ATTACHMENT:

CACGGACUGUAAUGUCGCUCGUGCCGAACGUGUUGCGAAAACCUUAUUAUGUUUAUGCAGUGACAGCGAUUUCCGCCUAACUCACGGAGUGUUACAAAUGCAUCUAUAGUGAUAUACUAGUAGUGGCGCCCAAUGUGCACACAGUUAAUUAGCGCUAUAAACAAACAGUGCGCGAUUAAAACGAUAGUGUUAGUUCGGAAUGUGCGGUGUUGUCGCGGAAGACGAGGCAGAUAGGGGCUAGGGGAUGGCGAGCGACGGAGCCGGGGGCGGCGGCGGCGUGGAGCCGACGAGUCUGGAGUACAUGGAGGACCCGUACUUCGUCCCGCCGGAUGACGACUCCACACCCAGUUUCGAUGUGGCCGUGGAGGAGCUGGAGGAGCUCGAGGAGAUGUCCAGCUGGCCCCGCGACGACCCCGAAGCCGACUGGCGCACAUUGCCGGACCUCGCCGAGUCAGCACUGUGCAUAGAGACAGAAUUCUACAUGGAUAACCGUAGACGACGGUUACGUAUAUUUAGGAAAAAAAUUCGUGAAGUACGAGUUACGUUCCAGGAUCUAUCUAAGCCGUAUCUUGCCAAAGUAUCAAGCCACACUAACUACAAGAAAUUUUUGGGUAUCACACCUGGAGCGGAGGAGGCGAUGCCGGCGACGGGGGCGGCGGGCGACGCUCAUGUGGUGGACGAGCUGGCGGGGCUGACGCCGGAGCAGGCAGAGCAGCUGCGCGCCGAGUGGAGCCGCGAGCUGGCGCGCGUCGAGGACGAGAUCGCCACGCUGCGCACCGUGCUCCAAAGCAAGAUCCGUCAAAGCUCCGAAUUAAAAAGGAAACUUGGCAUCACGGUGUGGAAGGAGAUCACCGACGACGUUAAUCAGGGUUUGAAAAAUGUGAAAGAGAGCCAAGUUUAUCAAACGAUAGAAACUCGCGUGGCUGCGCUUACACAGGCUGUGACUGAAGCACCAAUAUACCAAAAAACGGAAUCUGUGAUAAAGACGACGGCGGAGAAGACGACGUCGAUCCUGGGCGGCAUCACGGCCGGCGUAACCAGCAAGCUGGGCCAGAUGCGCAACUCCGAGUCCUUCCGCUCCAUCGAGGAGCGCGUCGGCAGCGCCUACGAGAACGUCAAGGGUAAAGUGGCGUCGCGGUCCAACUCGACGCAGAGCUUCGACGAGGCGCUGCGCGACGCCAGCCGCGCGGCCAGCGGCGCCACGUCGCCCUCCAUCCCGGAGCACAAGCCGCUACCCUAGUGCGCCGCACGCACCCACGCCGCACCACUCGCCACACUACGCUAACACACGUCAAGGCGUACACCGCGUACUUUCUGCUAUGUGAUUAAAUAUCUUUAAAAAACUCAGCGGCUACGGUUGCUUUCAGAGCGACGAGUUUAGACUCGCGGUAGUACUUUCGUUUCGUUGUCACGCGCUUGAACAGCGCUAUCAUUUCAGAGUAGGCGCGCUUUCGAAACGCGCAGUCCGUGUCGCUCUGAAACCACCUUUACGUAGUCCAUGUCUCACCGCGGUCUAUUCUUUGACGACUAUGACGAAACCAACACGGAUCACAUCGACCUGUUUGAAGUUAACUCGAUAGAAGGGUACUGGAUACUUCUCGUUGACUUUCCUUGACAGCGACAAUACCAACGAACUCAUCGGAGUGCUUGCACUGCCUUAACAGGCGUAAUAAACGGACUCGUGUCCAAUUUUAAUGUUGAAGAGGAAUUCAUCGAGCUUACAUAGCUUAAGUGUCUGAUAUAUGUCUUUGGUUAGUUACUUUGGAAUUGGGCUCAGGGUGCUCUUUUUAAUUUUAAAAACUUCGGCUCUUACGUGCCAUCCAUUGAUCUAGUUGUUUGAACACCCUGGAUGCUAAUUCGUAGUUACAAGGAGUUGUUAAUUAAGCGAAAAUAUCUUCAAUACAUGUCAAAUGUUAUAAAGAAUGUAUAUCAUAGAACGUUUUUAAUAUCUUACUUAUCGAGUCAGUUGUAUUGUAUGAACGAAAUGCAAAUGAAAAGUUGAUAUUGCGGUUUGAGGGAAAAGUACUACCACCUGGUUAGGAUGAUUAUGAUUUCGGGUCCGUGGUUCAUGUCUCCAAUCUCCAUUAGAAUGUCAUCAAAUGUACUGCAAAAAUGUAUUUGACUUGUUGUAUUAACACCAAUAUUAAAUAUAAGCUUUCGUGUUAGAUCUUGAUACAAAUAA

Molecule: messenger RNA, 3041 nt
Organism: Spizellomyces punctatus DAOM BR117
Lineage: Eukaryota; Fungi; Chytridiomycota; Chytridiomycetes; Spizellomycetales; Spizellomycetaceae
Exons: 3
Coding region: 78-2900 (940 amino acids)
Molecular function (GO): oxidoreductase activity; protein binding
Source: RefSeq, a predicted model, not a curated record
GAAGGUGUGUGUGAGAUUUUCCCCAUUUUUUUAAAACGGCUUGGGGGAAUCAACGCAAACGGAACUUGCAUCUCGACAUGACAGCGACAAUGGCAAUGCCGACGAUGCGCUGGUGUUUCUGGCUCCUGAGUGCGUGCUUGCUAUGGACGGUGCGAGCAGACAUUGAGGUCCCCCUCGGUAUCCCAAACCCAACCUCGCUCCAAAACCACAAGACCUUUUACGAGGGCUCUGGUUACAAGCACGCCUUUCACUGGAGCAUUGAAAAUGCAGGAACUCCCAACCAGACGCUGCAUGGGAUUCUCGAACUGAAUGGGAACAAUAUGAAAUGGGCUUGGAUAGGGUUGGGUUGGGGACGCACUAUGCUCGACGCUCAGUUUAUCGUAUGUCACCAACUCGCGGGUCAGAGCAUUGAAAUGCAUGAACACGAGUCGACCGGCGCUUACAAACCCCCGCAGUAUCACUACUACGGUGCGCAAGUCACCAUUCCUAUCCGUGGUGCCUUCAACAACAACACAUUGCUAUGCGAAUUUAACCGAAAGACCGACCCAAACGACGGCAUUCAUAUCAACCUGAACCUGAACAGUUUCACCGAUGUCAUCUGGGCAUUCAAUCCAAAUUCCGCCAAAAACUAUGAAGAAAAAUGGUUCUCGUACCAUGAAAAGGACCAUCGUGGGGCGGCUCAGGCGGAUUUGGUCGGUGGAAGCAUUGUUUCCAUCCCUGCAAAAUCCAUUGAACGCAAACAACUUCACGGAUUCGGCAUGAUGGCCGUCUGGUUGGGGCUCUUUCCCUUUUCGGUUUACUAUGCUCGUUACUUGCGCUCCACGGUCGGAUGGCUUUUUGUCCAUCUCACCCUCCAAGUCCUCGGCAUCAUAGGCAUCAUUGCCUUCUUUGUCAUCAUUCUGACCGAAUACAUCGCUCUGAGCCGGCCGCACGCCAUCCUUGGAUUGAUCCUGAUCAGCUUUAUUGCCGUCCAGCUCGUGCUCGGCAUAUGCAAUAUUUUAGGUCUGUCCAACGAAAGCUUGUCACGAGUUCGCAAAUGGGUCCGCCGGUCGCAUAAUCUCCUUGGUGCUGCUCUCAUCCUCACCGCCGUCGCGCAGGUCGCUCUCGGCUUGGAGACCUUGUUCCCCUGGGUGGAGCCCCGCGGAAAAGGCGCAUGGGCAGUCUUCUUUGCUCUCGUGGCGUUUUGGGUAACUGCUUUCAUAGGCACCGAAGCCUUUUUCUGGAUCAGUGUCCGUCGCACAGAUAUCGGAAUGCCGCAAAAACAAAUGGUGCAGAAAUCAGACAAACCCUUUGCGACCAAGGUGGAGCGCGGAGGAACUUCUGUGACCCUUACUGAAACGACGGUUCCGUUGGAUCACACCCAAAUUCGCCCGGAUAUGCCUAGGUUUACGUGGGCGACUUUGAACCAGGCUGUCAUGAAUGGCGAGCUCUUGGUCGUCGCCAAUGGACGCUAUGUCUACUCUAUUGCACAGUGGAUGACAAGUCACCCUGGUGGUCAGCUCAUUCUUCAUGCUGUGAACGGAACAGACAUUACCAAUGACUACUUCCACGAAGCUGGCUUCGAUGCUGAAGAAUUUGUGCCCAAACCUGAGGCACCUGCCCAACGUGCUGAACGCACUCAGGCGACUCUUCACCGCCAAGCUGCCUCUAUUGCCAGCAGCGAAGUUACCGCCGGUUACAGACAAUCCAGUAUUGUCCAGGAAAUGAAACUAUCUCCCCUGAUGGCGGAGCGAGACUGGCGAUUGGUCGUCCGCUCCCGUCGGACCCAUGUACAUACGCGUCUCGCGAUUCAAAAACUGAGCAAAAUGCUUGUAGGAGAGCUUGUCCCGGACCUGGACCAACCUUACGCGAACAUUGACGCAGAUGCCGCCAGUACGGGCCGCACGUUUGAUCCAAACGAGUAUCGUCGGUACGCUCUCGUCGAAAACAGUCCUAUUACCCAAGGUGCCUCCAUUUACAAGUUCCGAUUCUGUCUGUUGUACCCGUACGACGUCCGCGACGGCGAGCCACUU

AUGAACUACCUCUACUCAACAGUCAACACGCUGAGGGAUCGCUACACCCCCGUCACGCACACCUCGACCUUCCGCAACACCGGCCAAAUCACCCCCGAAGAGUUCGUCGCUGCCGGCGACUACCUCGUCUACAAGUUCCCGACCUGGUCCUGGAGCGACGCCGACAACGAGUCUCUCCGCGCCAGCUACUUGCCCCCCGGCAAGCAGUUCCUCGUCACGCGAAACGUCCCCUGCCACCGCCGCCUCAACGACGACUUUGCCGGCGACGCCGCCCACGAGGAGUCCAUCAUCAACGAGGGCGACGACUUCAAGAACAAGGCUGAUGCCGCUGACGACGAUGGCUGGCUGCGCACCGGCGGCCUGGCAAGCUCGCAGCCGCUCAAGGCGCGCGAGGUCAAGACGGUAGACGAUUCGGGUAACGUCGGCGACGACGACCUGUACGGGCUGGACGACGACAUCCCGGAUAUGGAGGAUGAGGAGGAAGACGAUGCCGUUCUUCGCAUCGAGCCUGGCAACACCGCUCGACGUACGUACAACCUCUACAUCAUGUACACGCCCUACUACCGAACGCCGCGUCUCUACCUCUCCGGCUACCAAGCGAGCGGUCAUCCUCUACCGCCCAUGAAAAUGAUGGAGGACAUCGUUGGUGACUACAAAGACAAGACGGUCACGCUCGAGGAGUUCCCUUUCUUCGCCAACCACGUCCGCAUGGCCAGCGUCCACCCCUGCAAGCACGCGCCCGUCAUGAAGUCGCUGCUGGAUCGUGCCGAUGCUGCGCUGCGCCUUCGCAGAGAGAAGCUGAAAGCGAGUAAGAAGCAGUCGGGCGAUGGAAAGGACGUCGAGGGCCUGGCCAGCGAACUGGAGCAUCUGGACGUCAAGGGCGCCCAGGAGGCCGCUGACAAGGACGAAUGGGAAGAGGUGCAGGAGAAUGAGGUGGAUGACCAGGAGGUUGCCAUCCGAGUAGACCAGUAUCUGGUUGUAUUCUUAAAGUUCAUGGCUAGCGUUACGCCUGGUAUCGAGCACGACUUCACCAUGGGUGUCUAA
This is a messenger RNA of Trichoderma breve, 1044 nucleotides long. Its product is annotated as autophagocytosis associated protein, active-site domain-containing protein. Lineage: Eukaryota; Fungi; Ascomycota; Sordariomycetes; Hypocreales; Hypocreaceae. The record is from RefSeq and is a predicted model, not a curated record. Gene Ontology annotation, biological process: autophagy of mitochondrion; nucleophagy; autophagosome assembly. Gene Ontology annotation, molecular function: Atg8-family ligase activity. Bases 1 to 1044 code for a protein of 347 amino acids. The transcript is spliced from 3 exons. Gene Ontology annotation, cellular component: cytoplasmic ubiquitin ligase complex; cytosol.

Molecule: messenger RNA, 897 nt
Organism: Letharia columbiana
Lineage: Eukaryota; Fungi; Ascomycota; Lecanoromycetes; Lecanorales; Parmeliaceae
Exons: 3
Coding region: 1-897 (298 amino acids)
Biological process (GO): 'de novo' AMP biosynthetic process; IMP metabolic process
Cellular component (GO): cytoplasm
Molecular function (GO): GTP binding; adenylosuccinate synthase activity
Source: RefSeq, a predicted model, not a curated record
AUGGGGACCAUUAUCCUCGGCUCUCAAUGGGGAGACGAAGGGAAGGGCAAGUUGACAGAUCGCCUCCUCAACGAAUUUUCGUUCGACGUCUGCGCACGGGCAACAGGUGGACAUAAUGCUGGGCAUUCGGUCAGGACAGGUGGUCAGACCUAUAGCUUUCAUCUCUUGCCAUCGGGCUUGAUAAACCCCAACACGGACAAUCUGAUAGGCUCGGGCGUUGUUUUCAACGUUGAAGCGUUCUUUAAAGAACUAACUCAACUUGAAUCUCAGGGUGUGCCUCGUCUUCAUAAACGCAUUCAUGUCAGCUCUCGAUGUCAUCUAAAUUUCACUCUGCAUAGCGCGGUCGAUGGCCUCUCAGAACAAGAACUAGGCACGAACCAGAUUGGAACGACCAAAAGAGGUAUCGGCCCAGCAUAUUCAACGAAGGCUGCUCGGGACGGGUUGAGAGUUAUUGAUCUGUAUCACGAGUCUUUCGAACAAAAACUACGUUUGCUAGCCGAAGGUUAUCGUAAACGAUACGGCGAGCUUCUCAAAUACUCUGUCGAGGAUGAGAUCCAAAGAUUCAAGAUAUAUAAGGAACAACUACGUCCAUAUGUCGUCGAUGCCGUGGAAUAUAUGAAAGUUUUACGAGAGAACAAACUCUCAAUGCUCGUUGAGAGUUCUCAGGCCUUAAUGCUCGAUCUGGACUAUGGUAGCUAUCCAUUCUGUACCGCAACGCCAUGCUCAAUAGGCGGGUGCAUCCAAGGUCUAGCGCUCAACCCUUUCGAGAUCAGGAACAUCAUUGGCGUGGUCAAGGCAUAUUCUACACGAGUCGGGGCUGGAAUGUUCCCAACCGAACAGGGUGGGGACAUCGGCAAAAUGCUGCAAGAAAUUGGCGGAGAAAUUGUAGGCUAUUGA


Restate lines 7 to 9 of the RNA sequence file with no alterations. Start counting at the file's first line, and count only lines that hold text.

Molecular function (GO): oxidoreductase activity; protein binding
Source: RefSeq, a predicted model, not a curated record
GAAGGUGUGUGUGAGAUUUUCCCCAUUUUUUUAAAACGGCUUGGGGGAAUCAACGCAAACGGAACUUGCAUCUCGACAUGACAGCGACAAUGGCAAUGCCGACGAUGCGCUGGUGUUUCUGGCUCCUGAGUGCGUGCUUGCUAUGGACGGUGCGAGCAGACAUUGAGGUCCCCCUCGGUAUCCCAAACCCAACCUCGCUCCAAAACCACAAGACCUUUUACGAGGGCUCUGGUUACAAGCACGCCUUUCACUGGAGCAUUGAAAAUGCAGGAACUCCCAACCAGACGCUGCAUGGGAUUCUCGAACUGAAUGGGAACAAUAUGAAAUGGGCUUGGAUAGGGUUGGGUUGGGGACGCACUAUGCUCGACGCUCAGUUUAUCGUAUGUCACCAACUCGCGGGUCAGAGCAUUGAAAUGCAUGAACACGAGUCGACCGGCGCUUACAAACCCCCGCAGUAUCACUACUACGGUGCGCAAGUCACCAUUCCUAUCCGUGGUGCCUUCAACAACAACACAUUGCUAUGCGAAUUUAACCGAAAGACCGACCCAAACGACGGCAUUCAUAUCAACCUGAACCUGAACAGUUUCACCGAUGUCAUCUGGGCAUUCAAUCCAAAUUCCGCCAAAAACUAUGAAGAAAAAUGGUUCUCGUACCAUGAAAAGGACCAUCGUGGGGCGGCUCAGGCGGAUUUGGUCGGUGGAAGCAUUGUUUCCAUCCCUGCAAAAUCCAUUGAACGCAAACAACUUCACGGAUUCGGCAUGAUGGCCGUCUGGUUGGGGCUCUUUCCCUUUUCGGUUUACUAUGCUCGUUACUUGCGCUCCACGGUCGGAUGGCUUUUUGUCCAUCUCACCCUCCAAGUCCUCGGCAUCAUAGGCAUCAUUGCCUUCUUUGUCAUCAUUCUGACCGAAUACAUCGCUCUGAGCCGGCCGCACGCCAUCCUUGGAUUGAUCCUGAUCAGCUUUAUUGCCGUCCAGCUCGUGCUCGGCAUAUGCAAUAUUUUAGGUCUGUCCAACGAAAGCUUGUCACGAGUUCGCAAAUGGGUCCGCCGGUCGCAUAAUCUCCUUGGUGCUGCUCUCAUCCUCACCGCCGUCGCGCAGGUCGCUCUCGGCUUGGAGACCUUGUUCCCCUGGGUGGAGCCCCGCGGAAAAGGCGCAUGGGCAGUCUUCUUUGCUCUCGUGGCGUUUUGGGUAACUGCUUUCAUAGGCACCGAAGCCUUUUUCUGGAUCAGUGUCCGUCGCACAGAUAUCGGAAUGCCGCAAAAACAAAUGGUGCAGAAAUCAGACAAACCCUUUGCGACCAAGGUGGAGCGCGGAGGAACUUCUGUGACCCUUACUGAAACGACGGUUCCGUUGGAUCACACCCAAAUUCGCCCGGAUAUGCCUAGGUUUACGUGGGCGACUUUGAACCAGGCUGUCAUGAAUGGCGAGCUCUUGGUCGUCGCCAAUGGACGCUAUGUCUACUCUAUUGCACAGUGGAUGACAAGUCACCCUGGUGGUCAGCUCAUUCUUCAUGCUGUGAACGGAACAGACAUUACCAAUGACUACUUCCACGAAGCUGGCUUCGAUGCUGAAGAAUUUGUGCCCAAACCUGAGGCACCUGCCCAACGUGCUGAACGCACUCAGGCGACUCUUCACCGCCAAGCUGCCUCUAUUGCCAGCAGCGAAGUUACCGCCGGUUACAGACAAUCCAGUAUUGUCCAGGAAAUGAAACUAUCUCCCCUGAUGGCGGAGCGAGACUGGCGAUUGGUCGUCCGCUCCCGUCGGACCCAUGUACAUACGCGUCUCGCGAUUCAAAAACUGAGCAAAAUGCUUGUAGGAGAGCUUGUCCCGGACCUGGACCAACCUUACGCGAACAUUGACGCAGAUGCCGCCAGUACGGGCCGCACGUUUGAUCCAAACGAGUAUCGUCGGUACGCUCUCGUCGAAAACAGUCCUAUUACCCAAGGUGCCUCCAUUUACAAGUUCCGAUUCUGUCUGUUGUACCCGUACGACGUCCGCGACGGCGAGCCACUU